Since it was founded in 1984, Shoe Sensation has focused on bringing well-known, branded footwear and accessories to residents of small-town America who otherwise would have to drive up to 45 minutes for a simple shoe shopping excursion. The markets may be small, but there is still profit to be made while serving a real need. After all, residents of these small cities have to purchase their footwear from somewhere and Shoe Sensation wants to be their first choice. 

“Shoe Sensation was founded by an entrepreneur whose vision was to open stores in small-town America where the county seat was located typically somewhere between 30 to 45 miles away from a regional mall,” CEO Mike Zawoysky says. “He wanted to make it more convenient for the local community to come in and purchase branded high-quality footwear. At the time, many family-owned shoe stores in small-town America were closing.”

In the world of high-end fashion, the marketplace is constantly changing due to the nature of the industry and adjustments retailers must make to cater to the latest trends in consumer demands. 

For Patrick James, Purveyor to Gentlemen – an upscale men’s clothing retailer launched in Fresno, Calif., more than 50 years ago – evolving with styles as they come and go has been pertinent, but maintaining its workforce is what has made the company a success for this long, according to founder Patrick James Mon Pere.

Lots of companies sell merchandise, but only one promises to give consumers the “Magic of Macy’s.” Along with omnichannel retailing and a tradition of elegant, historic stores, Macy’s is synonymous in pop culture and up-to-date retailing with quality, value and exemplary customer service.

The company gets the most attention for events it creates and produces and for themes such as American Icons, which was an opportunity to celebrate the people and places that make America great. The spring campaign also included exclusive merchandise from American designers, in-store and community events, interactive digital content, patriotic advertising and a give-back program with “Got Your 6” to support America’s veterans.

When it comes to customers and their grocery stores, favorites no longer apply. Because of the wave of multi-state retailers, customers no longer see grocery stores as the friendly neighborhood location, despite the fact that some of them actually still are. The disconnection between customers and brands has created a competitive market in which grocery store operators know that every patron is fair game. 

“Competition is very tough,” explains Justin Hiller, vice president and third-generation owner of Hiller’s Market. He has been in the family business for a number of years in several departments. 

Change rarely comes easily, but how a company manages that change shows its true strength and value. Fairway Market – known as a high-quality, full-service grocery to New York City – has seen quite a bit of change in recent years, both planned and not. But the business continues to be profitable, serve its New York customers well and even expand into surrounding areas, bringing its unique brand of service and quality to a range of new customers.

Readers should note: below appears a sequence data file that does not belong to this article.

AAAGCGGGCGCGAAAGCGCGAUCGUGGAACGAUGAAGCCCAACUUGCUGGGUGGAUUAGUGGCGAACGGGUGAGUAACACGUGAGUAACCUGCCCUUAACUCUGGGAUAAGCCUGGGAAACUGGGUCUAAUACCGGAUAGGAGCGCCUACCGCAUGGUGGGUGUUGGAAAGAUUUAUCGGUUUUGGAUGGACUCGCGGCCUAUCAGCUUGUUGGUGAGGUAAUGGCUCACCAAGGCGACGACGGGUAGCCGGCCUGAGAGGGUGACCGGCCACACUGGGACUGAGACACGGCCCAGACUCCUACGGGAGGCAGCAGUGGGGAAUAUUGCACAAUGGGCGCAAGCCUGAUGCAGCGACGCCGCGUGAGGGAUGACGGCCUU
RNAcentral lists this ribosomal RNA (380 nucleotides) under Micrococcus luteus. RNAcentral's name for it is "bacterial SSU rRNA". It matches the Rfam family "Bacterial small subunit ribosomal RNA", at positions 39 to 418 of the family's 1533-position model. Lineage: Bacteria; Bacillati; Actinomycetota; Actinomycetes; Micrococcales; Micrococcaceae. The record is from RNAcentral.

‘Making a good product, selling a good product and servicing that product properly, while treating customers and employees the way they should be treated” – those are the core principles behind Easy Rest Adjustable Sleep Systems, according to co-founder and Managing Partner Jeff Mowrey.

Mowrey, a 25-year veteran of the adjustable bed business, partnered with equally experienced Mo Maghari in 2006 to bring to market their vision of an adjustable bed, manufactured, sold and serviced by a new kind of company. Since the company took off in 2007, Easy Rest has doubled its employee base and grown its revenue by 40 percent. The key to the company’s success is focusing on quality every step of the way. “If you build a good-quality product, you will always win,” Maghari notes.

Burnstad’s Market’s owners, managers and staff all share a single philosophy when it comes to the store’s operation. “We have one belief and focus, and that is exceeding our guests’ expectations,” says Derek Burnstad, vice president and director of retail operations for the Tomah, Wis.-based grocery store.

 This focus – which the family owned company formalized 10 years ago as its official mission statement – influences every single aspect of Burnstad’s from hiring and staff development to recent investments in technology and renovations. Every management and staff meeting begins with a recitation of the mission, and all ongoing employee development programs have guest services as a main objective.

Art Van Furniture feels right at home in Michigan, and that’s fitting because the state’s largest furniture retailer has been helping customers feel at home for more than 50 years. Thanks to a reputation for quality products and top-notch customer service, the company has been growing consistently for more than five decades and shows no signs of slowing down. 

rmcover janfeb2016

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